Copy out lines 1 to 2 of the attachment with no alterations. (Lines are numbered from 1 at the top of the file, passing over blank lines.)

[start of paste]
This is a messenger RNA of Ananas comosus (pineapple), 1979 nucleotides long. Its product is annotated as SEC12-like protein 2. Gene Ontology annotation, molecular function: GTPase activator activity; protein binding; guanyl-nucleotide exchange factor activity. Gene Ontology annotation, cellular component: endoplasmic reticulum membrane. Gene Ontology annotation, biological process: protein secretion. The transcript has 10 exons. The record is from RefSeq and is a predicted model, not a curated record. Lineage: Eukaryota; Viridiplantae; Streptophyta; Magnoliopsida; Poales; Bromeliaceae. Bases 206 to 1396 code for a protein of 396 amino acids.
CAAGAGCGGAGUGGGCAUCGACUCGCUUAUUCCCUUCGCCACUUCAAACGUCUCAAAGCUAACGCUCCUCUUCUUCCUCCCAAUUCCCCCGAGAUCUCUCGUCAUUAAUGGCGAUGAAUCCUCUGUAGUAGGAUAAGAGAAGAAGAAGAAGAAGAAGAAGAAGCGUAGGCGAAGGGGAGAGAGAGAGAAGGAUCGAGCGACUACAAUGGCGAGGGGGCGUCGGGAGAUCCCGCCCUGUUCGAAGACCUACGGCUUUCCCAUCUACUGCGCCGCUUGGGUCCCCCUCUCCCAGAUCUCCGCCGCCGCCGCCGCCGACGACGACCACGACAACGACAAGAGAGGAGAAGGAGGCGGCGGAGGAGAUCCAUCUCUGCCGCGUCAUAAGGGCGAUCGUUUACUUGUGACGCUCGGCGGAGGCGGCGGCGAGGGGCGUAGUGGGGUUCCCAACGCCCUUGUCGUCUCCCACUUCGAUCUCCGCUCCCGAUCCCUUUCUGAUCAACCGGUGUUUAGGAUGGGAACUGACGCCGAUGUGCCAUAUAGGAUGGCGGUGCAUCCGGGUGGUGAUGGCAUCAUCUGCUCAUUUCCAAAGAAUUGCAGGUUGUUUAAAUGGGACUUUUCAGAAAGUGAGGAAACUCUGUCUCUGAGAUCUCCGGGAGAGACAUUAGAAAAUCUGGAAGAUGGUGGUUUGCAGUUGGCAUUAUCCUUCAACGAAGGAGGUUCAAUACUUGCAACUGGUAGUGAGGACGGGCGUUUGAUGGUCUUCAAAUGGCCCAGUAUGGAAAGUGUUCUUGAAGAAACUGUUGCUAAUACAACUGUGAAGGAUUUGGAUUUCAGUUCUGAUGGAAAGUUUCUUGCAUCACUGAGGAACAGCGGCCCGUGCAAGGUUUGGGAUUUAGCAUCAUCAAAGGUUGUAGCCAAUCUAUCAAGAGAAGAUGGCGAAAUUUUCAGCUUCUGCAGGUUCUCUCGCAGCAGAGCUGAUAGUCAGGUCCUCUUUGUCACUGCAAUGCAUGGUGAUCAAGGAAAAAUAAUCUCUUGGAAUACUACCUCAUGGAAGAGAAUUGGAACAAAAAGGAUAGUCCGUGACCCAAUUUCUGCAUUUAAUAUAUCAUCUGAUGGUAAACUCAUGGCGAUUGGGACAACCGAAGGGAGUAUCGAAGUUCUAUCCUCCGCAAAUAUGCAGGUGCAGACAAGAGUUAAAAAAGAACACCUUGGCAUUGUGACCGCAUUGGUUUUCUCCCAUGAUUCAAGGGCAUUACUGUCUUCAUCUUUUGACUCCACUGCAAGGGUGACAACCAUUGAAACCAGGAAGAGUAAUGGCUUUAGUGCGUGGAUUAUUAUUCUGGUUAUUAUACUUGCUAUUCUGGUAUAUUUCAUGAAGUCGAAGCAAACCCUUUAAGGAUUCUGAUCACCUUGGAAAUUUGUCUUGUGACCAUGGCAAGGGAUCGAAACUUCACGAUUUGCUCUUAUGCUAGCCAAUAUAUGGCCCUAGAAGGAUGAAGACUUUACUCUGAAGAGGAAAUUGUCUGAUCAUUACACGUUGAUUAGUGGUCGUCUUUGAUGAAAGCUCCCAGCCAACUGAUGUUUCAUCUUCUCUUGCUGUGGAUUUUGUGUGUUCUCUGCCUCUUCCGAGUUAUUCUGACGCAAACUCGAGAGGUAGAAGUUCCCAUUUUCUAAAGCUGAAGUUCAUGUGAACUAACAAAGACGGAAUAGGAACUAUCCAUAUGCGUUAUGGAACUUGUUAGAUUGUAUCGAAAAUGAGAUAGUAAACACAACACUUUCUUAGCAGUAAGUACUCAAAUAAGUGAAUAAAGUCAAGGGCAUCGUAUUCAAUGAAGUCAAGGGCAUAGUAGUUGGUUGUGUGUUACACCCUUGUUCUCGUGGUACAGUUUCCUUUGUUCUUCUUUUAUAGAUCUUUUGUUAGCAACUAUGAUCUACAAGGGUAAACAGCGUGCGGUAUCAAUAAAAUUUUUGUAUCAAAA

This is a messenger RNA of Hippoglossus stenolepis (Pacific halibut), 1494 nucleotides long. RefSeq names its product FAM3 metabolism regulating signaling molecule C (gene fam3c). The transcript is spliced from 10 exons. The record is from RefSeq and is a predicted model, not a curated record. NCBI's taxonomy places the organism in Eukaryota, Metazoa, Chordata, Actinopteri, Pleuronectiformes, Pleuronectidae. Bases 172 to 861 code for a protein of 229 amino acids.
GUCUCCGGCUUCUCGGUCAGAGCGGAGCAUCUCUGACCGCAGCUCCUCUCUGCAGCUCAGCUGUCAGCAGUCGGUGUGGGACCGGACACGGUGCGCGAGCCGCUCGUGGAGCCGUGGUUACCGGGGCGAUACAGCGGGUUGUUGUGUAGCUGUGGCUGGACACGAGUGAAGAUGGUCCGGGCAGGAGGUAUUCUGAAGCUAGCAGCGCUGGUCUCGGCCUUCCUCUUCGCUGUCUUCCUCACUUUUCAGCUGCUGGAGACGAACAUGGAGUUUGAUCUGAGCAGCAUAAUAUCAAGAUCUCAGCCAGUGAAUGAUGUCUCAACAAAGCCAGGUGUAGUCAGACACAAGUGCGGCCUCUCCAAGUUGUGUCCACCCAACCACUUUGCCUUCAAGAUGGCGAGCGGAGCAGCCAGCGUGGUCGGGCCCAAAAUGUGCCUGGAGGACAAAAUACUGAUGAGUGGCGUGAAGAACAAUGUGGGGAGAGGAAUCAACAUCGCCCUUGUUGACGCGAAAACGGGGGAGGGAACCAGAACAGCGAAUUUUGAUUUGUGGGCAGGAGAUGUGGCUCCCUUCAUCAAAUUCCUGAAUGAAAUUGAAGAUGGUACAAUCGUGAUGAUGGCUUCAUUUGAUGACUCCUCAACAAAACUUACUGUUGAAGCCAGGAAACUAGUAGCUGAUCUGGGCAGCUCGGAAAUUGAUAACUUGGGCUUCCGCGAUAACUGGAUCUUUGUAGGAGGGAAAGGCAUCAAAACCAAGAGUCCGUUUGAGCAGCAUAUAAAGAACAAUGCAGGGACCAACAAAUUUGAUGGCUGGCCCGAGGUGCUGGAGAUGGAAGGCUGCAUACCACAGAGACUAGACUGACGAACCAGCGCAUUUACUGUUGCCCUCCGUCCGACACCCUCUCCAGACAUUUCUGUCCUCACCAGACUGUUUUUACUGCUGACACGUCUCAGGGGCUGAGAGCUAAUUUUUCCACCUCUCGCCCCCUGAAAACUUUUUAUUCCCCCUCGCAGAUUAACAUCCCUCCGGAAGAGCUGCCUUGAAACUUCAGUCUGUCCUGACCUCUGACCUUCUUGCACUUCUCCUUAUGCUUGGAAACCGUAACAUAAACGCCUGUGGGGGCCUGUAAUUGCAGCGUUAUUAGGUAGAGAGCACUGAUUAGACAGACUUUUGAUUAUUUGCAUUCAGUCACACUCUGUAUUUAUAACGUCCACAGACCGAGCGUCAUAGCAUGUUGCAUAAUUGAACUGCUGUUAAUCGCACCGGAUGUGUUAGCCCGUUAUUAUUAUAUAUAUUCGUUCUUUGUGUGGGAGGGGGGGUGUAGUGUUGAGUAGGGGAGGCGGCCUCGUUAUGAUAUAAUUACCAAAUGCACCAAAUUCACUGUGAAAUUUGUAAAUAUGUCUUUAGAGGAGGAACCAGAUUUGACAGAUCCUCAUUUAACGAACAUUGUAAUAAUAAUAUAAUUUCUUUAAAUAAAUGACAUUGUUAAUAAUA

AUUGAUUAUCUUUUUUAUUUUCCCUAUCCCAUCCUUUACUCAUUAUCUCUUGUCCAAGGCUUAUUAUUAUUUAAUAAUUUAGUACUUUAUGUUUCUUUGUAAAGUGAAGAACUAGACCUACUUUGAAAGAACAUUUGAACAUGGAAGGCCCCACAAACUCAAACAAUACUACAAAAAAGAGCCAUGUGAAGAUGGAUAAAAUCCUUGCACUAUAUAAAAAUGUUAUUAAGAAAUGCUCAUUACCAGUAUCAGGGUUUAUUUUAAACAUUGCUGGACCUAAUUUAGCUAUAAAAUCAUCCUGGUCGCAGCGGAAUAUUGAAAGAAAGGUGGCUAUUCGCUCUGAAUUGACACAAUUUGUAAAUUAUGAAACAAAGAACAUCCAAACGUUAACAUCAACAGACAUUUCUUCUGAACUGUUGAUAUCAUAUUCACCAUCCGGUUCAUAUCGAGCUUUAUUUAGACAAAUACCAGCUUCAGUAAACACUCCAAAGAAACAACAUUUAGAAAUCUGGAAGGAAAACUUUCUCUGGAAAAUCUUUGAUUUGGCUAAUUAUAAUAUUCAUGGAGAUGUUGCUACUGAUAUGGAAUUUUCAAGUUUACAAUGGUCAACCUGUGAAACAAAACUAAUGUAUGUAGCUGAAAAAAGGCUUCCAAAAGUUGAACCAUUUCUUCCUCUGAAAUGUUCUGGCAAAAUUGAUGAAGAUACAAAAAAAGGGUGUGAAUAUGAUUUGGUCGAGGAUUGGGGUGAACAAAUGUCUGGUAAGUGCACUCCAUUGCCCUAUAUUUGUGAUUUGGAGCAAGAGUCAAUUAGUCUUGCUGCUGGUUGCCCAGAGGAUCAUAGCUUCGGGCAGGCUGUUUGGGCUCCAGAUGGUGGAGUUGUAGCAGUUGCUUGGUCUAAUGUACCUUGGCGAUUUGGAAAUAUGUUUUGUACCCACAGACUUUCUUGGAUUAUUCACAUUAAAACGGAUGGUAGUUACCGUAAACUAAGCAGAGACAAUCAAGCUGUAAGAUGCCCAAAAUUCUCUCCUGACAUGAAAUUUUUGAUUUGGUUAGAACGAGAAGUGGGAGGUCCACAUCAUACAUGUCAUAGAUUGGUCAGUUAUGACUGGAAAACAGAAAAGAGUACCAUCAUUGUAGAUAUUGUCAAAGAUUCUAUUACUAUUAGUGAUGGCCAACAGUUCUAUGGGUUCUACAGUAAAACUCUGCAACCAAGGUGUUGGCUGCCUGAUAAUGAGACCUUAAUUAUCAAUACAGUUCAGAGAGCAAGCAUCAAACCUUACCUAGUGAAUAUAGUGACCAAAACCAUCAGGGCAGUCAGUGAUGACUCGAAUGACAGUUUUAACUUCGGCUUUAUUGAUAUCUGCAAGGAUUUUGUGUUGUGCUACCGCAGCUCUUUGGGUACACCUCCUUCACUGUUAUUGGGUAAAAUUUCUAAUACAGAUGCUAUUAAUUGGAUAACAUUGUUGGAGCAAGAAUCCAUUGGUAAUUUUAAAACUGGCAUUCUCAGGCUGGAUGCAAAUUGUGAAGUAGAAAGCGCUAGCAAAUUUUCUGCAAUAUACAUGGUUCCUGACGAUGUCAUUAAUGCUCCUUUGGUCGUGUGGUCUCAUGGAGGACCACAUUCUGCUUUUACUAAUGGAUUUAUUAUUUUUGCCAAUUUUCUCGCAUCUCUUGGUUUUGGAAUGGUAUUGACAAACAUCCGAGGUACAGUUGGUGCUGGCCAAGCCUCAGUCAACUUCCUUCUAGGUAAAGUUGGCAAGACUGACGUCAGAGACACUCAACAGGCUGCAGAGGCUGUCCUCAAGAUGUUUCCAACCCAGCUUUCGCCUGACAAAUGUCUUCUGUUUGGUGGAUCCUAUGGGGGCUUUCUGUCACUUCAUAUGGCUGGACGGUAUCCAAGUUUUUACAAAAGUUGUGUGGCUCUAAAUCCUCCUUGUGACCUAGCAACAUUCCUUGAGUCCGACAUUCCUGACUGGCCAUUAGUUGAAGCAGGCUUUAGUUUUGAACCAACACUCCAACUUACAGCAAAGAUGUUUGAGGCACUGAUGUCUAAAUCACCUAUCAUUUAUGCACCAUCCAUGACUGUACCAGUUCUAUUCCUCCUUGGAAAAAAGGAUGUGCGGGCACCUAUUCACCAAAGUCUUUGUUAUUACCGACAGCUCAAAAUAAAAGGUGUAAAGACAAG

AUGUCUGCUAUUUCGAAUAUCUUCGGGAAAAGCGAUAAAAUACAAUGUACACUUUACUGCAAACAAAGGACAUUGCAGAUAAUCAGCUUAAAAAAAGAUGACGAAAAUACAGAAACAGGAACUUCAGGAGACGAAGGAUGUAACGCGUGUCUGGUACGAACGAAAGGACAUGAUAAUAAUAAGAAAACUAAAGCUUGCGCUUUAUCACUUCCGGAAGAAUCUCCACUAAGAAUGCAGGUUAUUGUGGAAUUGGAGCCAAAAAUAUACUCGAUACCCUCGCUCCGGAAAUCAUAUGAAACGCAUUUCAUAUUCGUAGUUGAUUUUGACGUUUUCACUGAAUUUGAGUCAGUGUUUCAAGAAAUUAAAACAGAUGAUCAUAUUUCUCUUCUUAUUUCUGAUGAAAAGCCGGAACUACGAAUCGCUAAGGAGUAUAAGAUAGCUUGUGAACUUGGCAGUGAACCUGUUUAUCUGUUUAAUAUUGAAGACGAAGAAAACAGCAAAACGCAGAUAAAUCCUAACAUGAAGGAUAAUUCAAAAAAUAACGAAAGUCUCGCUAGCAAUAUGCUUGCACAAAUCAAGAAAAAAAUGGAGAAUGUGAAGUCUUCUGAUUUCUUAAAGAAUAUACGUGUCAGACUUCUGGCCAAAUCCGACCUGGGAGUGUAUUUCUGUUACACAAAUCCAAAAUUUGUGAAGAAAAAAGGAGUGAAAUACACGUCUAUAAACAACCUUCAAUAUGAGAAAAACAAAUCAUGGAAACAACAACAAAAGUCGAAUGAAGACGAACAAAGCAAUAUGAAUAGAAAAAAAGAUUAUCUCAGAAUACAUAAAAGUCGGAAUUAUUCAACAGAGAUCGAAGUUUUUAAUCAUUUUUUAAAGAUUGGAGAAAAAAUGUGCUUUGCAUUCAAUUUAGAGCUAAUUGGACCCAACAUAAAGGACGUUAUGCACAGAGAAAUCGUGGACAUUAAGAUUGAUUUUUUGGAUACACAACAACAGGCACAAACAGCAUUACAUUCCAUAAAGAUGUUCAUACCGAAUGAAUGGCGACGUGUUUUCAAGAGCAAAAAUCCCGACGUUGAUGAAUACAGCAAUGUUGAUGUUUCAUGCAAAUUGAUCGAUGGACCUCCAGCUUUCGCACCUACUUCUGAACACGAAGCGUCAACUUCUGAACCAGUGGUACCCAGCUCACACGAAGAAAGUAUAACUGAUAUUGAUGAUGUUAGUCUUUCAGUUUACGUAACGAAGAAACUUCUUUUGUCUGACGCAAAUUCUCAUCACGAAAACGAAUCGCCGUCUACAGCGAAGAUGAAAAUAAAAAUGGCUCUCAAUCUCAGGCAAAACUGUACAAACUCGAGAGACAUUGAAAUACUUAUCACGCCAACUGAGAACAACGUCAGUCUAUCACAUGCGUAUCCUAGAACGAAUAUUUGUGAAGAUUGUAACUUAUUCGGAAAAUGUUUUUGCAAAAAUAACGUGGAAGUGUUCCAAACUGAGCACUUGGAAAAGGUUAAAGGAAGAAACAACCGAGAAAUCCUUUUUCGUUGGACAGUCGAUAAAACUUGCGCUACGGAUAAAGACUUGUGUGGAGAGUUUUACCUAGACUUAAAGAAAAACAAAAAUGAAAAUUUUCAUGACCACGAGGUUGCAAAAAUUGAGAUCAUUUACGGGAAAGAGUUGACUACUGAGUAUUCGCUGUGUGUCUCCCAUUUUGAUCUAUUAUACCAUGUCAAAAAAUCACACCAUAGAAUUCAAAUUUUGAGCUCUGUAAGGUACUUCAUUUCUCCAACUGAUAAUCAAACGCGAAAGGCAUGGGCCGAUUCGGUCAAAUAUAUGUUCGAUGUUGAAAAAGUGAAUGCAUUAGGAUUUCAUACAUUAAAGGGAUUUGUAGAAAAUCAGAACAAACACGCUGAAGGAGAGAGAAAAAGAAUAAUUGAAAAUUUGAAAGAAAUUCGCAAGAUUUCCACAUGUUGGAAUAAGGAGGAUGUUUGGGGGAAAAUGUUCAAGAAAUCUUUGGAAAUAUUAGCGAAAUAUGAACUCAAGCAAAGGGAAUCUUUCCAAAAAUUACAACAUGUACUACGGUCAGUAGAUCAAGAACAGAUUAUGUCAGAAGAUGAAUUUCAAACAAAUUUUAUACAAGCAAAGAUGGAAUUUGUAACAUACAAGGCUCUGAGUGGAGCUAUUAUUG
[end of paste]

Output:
This is a messenger RNA of Ananas comosus (pineapple), 1979 nucleotides long. Its product is annotated as SEC12-like protein 2. Gene Ontology annotation, molecular function: GTPase activator activity; protein binding; guanyl-nucleotide exchange factor activity. Gene Ontology annotation, cellular component: endoplasmic reticulum membrane. Gene Ontology annotation, biological process: protein secretion. The transcript has 10 exons. The record is from RefSeq and is a predicted model, not a curated record. Lineage: Eukaryota; Viridiplantae; Streptophyta; Magnoliopsida; Poales; Bromeliaceae. Bases 206 to 1396 code for a protein of 396 amino acids.
CAAGAGCGGAGUGGGCAUCGACUCGCUUAUUCCCUUCGCCACUUCAAACGUCUCAAAGCUAACGCUCCUCUUCUUCCUCCCAAUUCCCCCGAGAUCUCUCGUCAUUAAUGGCGAUGAAUCCUCUGUAGUAGGAUAAGAGAAGAAGAAGAAGAAGAAGAAGAAGCGUAGGCGAAGGGGAGAGAGAGAGAAGGAUCGAGCGACUACAAUGGCGAGGGGGCGUCGGGAGAUCCCGCCCUGUUCGAAGACCUACGGCUUUCCCAUCUACUGCGCCGCUUGGGUCCCCCUCUCCCAGAUCUCCGCCGCCGCCGCCGCCGACGACGACCACGACAACGACAAGAGAGGAGAAGGAGGCGGCGGAGGAGAUCCAUCUCUGCCGCGUCAUAAGGGCGAUCGUUUACUUGUGACGCUCGGCGGAGGCGGCGGCGAGGGGCGUAGUGGGGUUCCCAACGCCCUUGUCGUCUCCCACUUCGAUCUCCGCUCCCGAUCCCUUUCUGAUCAACCGGUGUUUAGGAUGGGAACUGACGCCGAUGUGCCAUAUAGGAUGGCGGUGCAUCCGGGUGGUGAUGGCAUCAUCUGCUCAUUUCCAAAGAAUUGCAGGUUGUUUAAAUGGGACUUUUCAGAAAGUGAGGAAACUCUGUCUCUGAGAUCUCCGGGAGAGACAUUAGAAAAUCUGGAAGAUGGUGGUUUGCAGUUGGCAUUAUCCUUCAACGAAGGAGGUUCAAUACUUGCAACUGGUAGUGAGGACGGGCGUUUGAUGGUCUUCAAAUGGCCCAGUAUGGAAAGUGUUCUUGAAGAAACUGUUGCUAAUACAACUGUGAAGGAUUUGGAUUUCAGUUCUGAUGGAAAGUUUCUUGCAUCACUGAGGAACAGCGGCCCGUGCAAGGUUUGGGAUUUAGCAUCAUCAAAGGUUGUAGCCAAUCUAUCAAGAGAAGAUGGCGAAAUUUUCAGCUUCUGCAGGUUCUCUCGCAGCAGAGCUGAUAGUCAGGUCCUCUUUGUCACUGCAAUGCAUGGUGAUCAAGGAAAAAUAAUCUCUUGGAAUACUACCUCAUGGAAGAGAAUUGGAACAAAAAGGAUAGUCCGUGACCCAAUUUCUGCAUUUAAUAUAUCAUCUGAUGGUAAACUCAUGGCGAUUGGGACAACCGAAGGGAGUAUCGAAGUUCUAUCCUCCGCAAAUAUGCAGGUGCAGACAAGAGUUAAAAAAGAACACCUUGGCAUUGUGACCGCAUUGGUUUUCUCCCAUGAUUCAAGGGCAUUACUGUCUUCAUCUUUUGACUCCACUGCAAGGGUGACAACCAUUGAAACCAGGAAGAGUAAUGGCUUUAGUGCGUGGAUUAUUAUUCUGGUUAUUAUACUUGCUAUUCUGGUAUAUUUCAUGAAGUCGAAGCAAACCCUUUAAGGAUUCUGAUCACCUUGGAAAUUUGUCUUGUGACCAUGGCAAGGGAUCGAAACUUCACGAUUUGCUCUUAUGCUAGCCAAUAUAUGGCCCUAGAAGGAUGAAGACUUUACUCUGAAGAGGAAAUUGUCUGAUCAUUACACGUUGAUUAGUGGUCGUCUUUGAUGAAAGCUCCCAGCCAACUGAUGUUUCAUCUUCUCUUGCUGUGGAUUUUGUGUGUUCUCUGCCUCUUCCGAGUUAUUCUGACGCAAACUCGAGAGGUAGAAGUUCCCAUUUUCUAAAGCUGAAGUUCAUGUGAACUAACAAAGACGGAAUAGGAACUAUCCAUAUGCGUUAUGGAACUUGUUAGAUUGUAUCGAAAAUGAGAUAGUAAACACAACACUUUCUUAGCAGUAAGUACUCAAAUAAGUGAAUAAAGUCAAGGGCAUCGUAUUCAAUGAAGUCAAGGGCAUAGUAGUUGGUUGUGUGUUACACCCUUGUUCUCGUGGUACAGUUUCCUUUGUUCUUCUUUUAUAGAUCUUUUGUUAGCAACUAUGAUCUACAAGGGUAAACAGCGUGCGGUAUCAAUAAAAUUUUUGUAUCAAAA